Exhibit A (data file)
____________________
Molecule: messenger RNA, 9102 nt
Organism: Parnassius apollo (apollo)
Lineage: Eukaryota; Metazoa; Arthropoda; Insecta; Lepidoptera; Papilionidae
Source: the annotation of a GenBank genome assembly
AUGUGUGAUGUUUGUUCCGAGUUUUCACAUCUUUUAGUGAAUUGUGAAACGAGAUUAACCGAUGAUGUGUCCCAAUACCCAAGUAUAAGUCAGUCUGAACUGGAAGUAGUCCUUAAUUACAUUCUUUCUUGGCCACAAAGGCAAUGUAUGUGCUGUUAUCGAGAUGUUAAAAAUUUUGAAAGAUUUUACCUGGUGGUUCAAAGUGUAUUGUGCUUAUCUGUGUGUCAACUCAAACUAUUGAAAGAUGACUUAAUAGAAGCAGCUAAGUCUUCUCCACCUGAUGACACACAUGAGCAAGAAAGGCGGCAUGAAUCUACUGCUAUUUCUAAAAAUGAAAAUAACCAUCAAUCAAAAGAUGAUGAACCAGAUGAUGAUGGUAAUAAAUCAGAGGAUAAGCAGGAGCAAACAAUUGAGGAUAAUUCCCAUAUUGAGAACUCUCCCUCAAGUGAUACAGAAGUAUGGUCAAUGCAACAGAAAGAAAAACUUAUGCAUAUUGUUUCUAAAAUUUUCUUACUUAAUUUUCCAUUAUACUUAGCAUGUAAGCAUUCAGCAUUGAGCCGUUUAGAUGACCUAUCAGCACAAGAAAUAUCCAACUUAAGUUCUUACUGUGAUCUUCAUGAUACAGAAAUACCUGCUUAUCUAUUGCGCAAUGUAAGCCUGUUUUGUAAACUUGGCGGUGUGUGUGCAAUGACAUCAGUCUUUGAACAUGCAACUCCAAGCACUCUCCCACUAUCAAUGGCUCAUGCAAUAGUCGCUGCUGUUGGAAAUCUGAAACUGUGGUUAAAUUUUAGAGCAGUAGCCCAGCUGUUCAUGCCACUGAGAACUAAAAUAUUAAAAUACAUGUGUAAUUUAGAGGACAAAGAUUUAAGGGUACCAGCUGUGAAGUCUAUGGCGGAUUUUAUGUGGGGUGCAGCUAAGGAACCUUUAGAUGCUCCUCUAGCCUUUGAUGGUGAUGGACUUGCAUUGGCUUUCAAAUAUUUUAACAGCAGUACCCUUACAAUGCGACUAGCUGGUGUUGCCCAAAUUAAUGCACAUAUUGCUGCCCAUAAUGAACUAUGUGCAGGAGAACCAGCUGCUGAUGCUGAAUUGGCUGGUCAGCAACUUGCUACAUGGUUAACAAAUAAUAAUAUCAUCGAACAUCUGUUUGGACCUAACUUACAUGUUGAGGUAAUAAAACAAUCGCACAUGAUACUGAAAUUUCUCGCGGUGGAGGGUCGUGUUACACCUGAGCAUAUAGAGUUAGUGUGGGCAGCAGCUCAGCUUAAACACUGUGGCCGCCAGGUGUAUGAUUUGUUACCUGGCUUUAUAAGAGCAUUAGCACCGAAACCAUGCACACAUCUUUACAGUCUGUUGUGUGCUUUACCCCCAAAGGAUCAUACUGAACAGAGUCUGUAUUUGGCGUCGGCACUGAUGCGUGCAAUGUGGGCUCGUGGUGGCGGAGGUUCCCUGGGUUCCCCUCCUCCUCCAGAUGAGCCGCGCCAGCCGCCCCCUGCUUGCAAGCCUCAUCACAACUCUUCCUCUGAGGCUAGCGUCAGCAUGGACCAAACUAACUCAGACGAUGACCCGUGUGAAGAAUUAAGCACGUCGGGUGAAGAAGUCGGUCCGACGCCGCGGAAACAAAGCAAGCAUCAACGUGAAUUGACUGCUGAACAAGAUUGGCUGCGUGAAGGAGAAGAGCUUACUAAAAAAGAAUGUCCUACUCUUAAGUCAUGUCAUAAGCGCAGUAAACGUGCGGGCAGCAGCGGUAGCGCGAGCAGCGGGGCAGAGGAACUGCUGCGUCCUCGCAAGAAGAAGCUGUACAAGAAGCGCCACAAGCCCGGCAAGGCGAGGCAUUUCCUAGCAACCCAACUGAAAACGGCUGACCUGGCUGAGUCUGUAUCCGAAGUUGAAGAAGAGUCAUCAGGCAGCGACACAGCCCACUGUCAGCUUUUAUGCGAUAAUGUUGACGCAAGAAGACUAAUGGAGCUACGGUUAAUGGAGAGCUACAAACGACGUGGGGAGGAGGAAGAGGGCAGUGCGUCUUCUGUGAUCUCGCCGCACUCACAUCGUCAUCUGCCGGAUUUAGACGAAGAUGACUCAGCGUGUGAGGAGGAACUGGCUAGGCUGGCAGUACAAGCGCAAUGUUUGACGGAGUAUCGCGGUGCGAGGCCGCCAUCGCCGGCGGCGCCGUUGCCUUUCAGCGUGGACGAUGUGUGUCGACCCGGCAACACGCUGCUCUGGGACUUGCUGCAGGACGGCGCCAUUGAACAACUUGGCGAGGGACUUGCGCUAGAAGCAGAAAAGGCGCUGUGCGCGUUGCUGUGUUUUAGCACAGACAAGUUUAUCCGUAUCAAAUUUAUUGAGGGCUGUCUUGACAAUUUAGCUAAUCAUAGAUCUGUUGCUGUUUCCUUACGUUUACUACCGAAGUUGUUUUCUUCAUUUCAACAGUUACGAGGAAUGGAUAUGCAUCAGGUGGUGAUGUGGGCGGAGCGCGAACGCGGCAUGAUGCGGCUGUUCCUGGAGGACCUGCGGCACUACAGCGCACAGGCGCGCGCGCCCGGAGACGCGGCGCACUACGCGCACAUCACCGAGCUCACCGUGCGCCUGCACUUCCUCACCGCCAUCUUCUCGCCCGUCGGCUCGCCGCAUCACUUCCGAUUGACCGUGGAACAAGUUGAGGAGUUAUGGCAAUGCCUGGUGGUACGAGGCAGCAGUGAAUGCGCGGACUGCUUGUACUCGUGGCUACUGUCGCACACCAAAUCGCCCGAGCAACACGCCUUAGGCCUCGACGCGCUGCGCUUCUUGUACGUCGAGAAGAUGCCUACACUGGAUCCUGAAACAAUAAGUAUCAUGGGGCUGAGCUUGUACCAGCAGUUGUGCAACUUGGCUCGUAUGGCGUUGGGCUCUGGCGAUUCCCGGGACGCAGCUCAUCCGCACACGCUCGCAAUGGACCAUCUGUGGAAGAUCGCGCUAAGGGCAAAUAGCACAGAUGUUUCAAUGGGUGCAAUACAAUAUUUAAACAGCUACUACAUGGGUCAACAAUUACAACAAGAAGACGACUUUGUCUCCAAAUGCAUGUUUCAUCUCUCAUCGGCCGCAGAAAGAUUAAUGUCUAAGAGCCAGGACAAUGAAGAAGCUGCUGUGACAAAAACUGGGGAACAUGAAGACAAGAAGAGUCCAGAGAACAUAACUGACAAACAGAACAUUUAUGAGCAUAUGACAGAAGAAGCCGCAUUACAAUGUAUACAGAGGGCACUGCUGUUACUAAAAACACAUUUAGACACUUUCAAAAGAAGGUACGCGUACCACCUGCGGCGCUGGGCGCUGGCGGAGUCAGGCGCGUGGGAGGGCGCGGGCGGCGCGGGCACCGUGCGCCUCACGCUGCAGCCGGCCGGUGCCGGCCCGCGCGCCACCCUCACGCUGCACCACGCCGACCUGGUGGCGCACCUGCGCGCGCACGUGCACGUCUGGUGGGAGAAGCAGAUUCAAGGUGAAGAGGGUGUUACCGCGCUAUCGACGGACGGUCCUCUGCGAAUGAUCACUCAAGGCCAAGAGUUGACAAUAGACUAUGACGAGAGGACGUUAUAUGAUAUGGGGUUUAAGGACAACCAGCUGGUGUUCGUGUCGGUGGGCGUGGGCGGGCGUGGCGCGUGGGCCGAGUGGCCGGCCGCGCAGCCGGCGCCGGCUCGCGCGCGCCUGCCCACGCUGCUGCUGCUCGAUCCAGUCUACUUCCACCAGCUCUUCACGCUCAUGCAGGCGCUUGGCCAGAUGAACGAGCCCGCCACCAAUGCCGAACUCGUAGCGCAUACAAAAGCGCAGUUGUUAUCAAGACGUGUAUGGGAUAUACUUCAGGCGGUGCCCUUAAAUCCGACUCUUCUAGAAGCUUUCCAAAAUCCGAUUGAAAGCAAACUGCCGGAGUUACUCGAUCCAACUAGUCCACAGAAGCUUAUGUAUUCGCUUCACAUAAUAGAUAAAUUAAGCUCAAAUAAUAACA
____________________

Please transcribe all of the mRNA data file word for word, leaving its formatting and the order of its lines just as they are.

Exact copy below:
Molecule: messenger RNA, 9102 nt
Organism: Parnassius apollo (apollo)
Lineage: Eukaryota; Metazoa; Arthropoda; Insecta; Lepidoptera; Papilionidae
Source: the annotation of a GenBank genome assembly
AUGUGUGAUGUUUGUUCCGAGUUUUCACAUCUUUUAGUGAAUUGUGAAACGAGAUUAACCGAUGAUGUGUCCCAAUACCCAAGUAUAAGUCAGUCUGAACUGGAAGUAGUCCUUAAUUACAUUCUUUCUUGGCCACAAAGGCAAUGUAUGUGCUGUUAUCGAGAUGUUAAAAAUUUUGAAAGAUUUUACCUGGUGGUUCAAAGUGUAUUGUGCUUAUCUGUGUGUCAACUCAAACUAUUGAAAGAUGACUUAAUAGAAGCAGCUAAGUCUUCUCCACCUGAUGACACACAUGAGCAAGAAAGGCGGCAUGAAUCUACUGCUAUUUCUAAAAAUGAAAAUAACCAUCAAUCAAAAGAUGAUGAACCAGAUGAUGAUGGUAAUAAAUCAGAGGAUAAGCAGGAGCAAACAAUUGAGGAUAAUUCCCAUAUUGAGAACUCUCCCUCAAGUGAUACAGAAGUAUGGUCAAUGCAACAGAAAGAAAAACUUAUGCAUAUUGUUUCUAAAAUUUUCUUACUUAAUUUUCCAUUAUACUUAGCAUGUAAGCAUUCAGCAUUGAGCCGUUUAGAUGACCUAUCAGCACAAGAAAUAUCCAACUUAAGUUCUUACUGUGAUCUUCAUGAUACAGAAAUACCUGCUUAUCUAUUGCGCAAUGUAAGCCUGUUUUGUAAACUUGGCGGUGUGUGUGCAAUGACAUCAGUCUUUGAACAUGCAACUCCAAGCACUCUCCCACUAUCAAUGGCUCAUGCAAUAGUCGCUGCUGUUGGAAAUCUGAAACUGUGGUUAAAUUUUAGAGCAGUAGCCCAGCUGUUCAUGCCACUGAGAACUAAAAUAUUAAAAUACAUGUGUAAUUUAGAGGACAAAGAUUUAAGGGUACCAGCUGUGAAGUCUAUGGCGGAUUUUAUGUGGGGUGCAGCUAAGGAACCUUUAGAUGCUCCUCUAGCCUUUGAUGGUGAUGGACUUGCAUUGGCUUUCAAAUAUUUUAACAGCAGUACCCUUACAAUGCGACUAGCUGGUGUUGCCCAAAUUAAUGCACAUAUUGCUGCCCAUAAUGAACUAUGUGCAGGAGAACCAGCUGCUGAUGCUGAAUUGGCUGGUCAGCAACUUGCUACAUGGUUAACAAAUAAUAAUAUCAUCGAACAUCUGUUUGGACCUAACUUACAUGUUGAGGUAAUAAAACAAUCGCACAUGAUACUGAAAUUUCUCGCGGUGGAGGGUCGUGUUACACCUGAGCAUAUAGAGUUAGUGUGGGCAGCAGCUCAGCUUAAACACUGUGGCCGCCAGGUGUAUGAUUUGUUACCUGGCUUUAUAAGAGCAUUAGCACCGAAACCAUGCACACAUCUUUACAGUCUGUUGUGUGCUUUACCCCCAAAGGAUCAUACUGAACAGAGUCUGUAUUUGGCGUCGGCACUGAUGCGUGCAAUGUGGGCUCGUGGUGGCGGAGGUUCCCUGGGUUCCCCUCCUCCUCCAGAUGAGCCGCGCCAGCCGCCCCCUGCUUGCAAGCCUCAUCACAACUCUUCCUCUGAGGCUAGCGUCAGCAUGGACCAAACUAACUCAGACGAUGACCCGUGUGAAGAAUUAAGCACGUCGGGUGAAGAAGUCGGUCCGACGCCGCGGAAACAAAGCAAGCAUCAACGUGAAUUGACUGCUGAACAAGAUUGGCUGCGUGAAGGAGAAGAGCUUACUAAAAAAGAAUGUCCUACUCUUAAGUCAUGUCAUAAGCGCAGUAAACGUGCGGGCAGCAGCGGUAGCGCGAGCAGCGGGGCAGAGGAACUGCUGCGUCCUCGCAAGAAGAAGCUGUACAAGAAGCGCCACAAGCCCGGCAAGGCGAGGCAUUUCCUAGCAACCCAACUGAAAACGGCUGACCUGGCUGAGUCUGUAUCCGAAGUUGAAGAAGAGUCAUCAGGCAGCGACACAGCCCACUGUCAGCUUUUAUGCGAUAAUGUUGACGCAAGAAGACUAAUGGAGCUACGGUUAAUGGAGAGCUACAAACGACGUGGGGAGGAGGAAGAGGGCAGUGCGUCUUCUGUGAUCUCGCCGCACUCACAUCGUCAUCUGCCGGAUUUAGACGAAGAUGACUCAGCGUGUGAGGAGGAACUGGCUAGGCUGGCAGUACAAGCGCAAUGUUUGACGGAGUAUCGCGGUGCGAGGCCGCCAUCGCCGGCGGCGCCGUUGCCUUUCAGCGUGGACGAUGUGUGUCGACCCGGCAACACGCUGCUCUGGGACUUGCUGCAGGACGGCGCCAUUGAACAACUUGGCGAGGGACUUGCGCUAGAAGCAGAAAAGGCGCUGUGCGCGUUGCUGUGUUUUAGCACAGACAAGUUUAUCCGUAUCAAAUUUAUUGAGGGCUGUCUUGACAAUUUAGCUAAUCAUAGAUCUGUUGCUGUUUCCUUACGUUUACUACCGAAGUUGUUUUCUUCAUUUCAACAGUUACGAGGAAUGGAUAUGCAUCAGGUGGUGAUGUGGGCGGAGCGCGAACGCGGCAUGAUGCGGCUGUUCCUGGAGGACCUGCGGCACUACAGCGCACAGGCGCGCGCGCCCGGAGACGCGGCGCACUACGCGCACAUCACCGAGCUCACCGUGCGCCUGCACUUCCUCACCGCCAUCUUCUCGCCCGUCGGCUCGCCGCAUCACUUCCGAUUGACCGUGGAACAAGUUGAGGAGUUAUGGCAAUGCCUGGUGGUACGAGGCAGCAGUGAAUGCGCGGACUGCUUGUACUCGUGGCUACUGUCGCACACCAAAUCGCCCGAGCAACACGCCUUAGGCCUCGACGCGCUGCGCUUCUUGUACGUCGAGAAGAUGCCUACACUGGAUCCUGAAACAAUAAGUAUCAUGGGGCUGAGCUUGUACCAGCAGUUGUGCAACUUGGCUCGUAUGGCGUUGGGCUCUGGCGAUUCCCGGGACGCAGCUCAUCCGCACACGCUCGCAAUGGACCAUCUGUGGAAGAUCGCGCUAAGGGCAAAUAGCACAGAUGUUUCAAUGGGUGCAAUACAAUAUUUAAACAGCUACUACAUGGGUCAACAAUUACAACAAGAAGACGACUUUGUCUCCAAAUGCAUGUUUCAUCUCUCAUCGGCCGCAGAAAGAUUAAUGUCUAAGAGCCAGGACAAUGAAGAAGCUGCUGUGACAAAAACUGGGGAACAUGAAGACAAGAAGAGUCCAGAGAACAUAACUGACAAACAGAACAUUUAUGAGCAUAUGACAGAAGAAGCCGCAUUACAAUGUAUACAGAGGGCACUGCUGUUACUAAAAACACAUUUAGACACUUUCAAAAGAAGGUACGCGUACCACCUGCGGCGCUGGGCGCUGGCGGAGUCAGGCGCGUGGGAGGGCGCGGGCGGCGCGGGCACCGUGCGCCUCACGCUGCAGCCGGCCGGUGCCGGCCCGCGCGCCACCCUCACGCUGCACCACGCCGACCUGGUGGCGCACCUGCGCGCGCACGUGCACGUCUGGUGGGAGAAGCAGAUUCAAGGUGAAGAGGGUGUUACCGCGCUAUCGACGGACGGUCCUCUGCGAAUGAUCACUCAAGGCCAAGAGUUGACAAUAGACUAUGACGAGAGGACGUUAUAUGAUAUGGGGUUUAAGGACAACCAGCUGGUGUUCGUGUCGGUGGGCGUGGGCGGGCGUGGCGCGUGGGCCGAGUGGCCGGCCGCGCAGCCGGCGCCGGCUCGCGCGCGCCUGCCCACGCUGCUGCUGCUCGAUCCAGUCUACUUCCACCAGCUCUUCACGCUCAUGCAGGCGCUUGGCCAGAUGAACGAGCCCGCCACCAAUGCCGAACUCGUAGCGCAUACAAAAGCGCAGUUGUUAUCAAGACGUGUAUGGGAUAUACUUCAGGCGGUGCCCUUAAAUCCGACUCUUCUAGAAGCUUUCCAAAAUCCGAUUGAAAGCAAACUGCCGGAGUUACUCGAUCCAACUAGUCCACAGAAGCUUAUGUAUUCGCUUCACAUAAUAGAUAAAUUAAGCUCAAAUAAUAACA